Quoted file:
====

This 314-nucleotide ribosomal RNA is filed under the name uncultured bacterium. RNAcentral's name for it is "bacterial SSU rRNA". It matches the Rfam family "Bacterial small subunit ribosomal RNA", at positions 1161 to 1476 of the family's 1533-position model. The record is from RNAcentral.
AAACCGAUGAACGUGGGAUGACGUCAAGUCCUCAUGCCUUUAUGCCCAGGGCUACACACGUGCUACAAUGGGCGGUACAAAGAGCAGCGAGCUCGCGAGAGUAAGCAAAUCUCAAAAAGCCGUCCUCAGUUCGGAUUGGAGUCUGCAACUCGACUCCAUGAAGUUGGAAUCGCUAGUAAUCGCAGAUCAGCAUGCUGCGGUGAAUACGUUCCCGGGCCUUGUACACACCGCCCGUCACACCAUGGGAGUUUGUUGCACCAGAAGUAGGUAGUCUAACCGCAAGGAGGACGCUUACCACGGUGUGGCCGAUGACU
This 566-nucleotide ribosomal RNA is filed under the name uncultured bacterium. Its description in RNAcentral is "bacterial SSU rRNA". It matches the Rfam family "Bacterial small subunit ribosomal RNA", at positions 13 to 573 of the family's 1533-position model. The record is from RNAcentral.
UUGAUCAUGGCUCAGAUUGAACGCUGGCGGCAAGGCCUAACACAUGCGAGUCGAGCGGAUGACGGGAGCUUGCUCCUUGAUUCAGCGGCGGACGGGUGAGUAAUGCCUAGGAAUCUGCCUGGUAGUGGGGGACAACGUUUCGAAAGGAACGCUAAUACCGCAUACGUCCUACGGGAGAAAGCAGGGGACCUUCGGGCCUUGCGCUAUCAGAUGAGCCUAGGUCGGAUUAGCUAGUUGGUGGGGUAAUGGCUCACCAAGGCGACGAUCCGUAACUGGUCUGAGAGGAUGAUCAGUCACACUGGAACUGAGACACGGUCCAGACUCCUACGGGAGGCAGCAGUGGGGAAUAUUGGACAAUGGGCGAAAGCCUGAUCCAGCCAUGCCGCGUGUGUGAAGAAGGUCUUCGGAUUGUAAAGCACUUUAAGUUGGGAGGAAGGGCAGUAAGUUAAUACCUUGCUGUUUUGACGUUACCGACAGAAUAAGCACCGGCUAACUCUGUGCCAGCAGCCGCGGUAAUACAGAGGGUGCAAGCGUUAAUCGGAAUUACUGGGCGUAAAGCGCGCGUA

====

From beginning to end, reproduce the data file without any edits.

This 314-nucleotide ribosomal RNA is filed under the name uncultured bacterium. RNAcentral's name for it is "bacterial SSU rRNA". It matches the Rfam family "Bacterial small subunit ribosomal RNA", at positions 1161 to 1476 of the family's 1533-position model. The record is from RNAcentral.
AAACCGAUGAACGUGGGAUGACGUCAAGUCCUCAUGCCUUUAUGCCCAGGGCUACACACGUGCUACAAUGGGCGGUACAAAGAGCAGCGAGCUCGCGAGAGUAAGCAAAUCUCAAAAAGCCGUCCUCAGUUCGGAUUGGAGUCUGCAACUCGACUCCAUGAAGUUGGAAUCGCUAGUAAUCGCAGAUCAGCAUGCUGCGGUGAAUACGUUCCCGGGCCUUGUACACACCGCCCGUCACACCAUGGGAGUUUGUUGCACCAGAAGUAGGUAGUCUAACCGCAAGGAGGACGCUUACCACGGUGUGGCCGAUGACU
This 566-nucleotide ribosomal RNA is filed under the name uncultured bacterium. Its description in RNAcentral is "bacterial SSU rRNA". It matches the Rfam family "Bacterial small subunit ribosomal RNA", at positions 13 to 573 of the family's 1533-position model. The record is from RNAcentral.
UUGAUCAUGGCUCAGAUUGAACGCUGGCGGCAAGGCCUAACACAUGCGAGUCGAGCGGAUGACGGGAGCUUGCUCCUUGAUUCAGCGGCGGACGGGUGAGUAAUGCCUAGGAAUCUGCCUGGUAGUGGGGGACAACGUUUCGAAAGGAACGCUAAUACCGCAUACGUCCUACGGGAGAAAGCAGGGGACCUUCGGGCCUUGCGCUAUCAGAUGAGCCUAGGUCGGAUUAGCUAGUUGGUGGGGUAAUGGCUCACCAAGGCGACGAUCCGUAACUGGUCUGAGAGGAUGAUCAGUCACACUGGAACUGAGACACGGUCCAGACUCCUACGGGAGGCAGCAGUGGGGAAUAUUGGACAAUGGGCGAAAGCCUGAUCCAGCCAUGCCGCGUGUGUGAAGAAGGUCUUCGGAUUGUAAAGCACUUUAAGUUGGGAGGAAGGGCAGUAAGUUAAUACCUUGCUGUUUUGACGUUACCGACAGAAUAAGCACCGGCUAACUCUGUGCCAGCAGCCGCGGUAAUACAGAGGGUGCAAGCGUUAAUCGGAAUUACUGGGCGUAAAGCGCGCGUA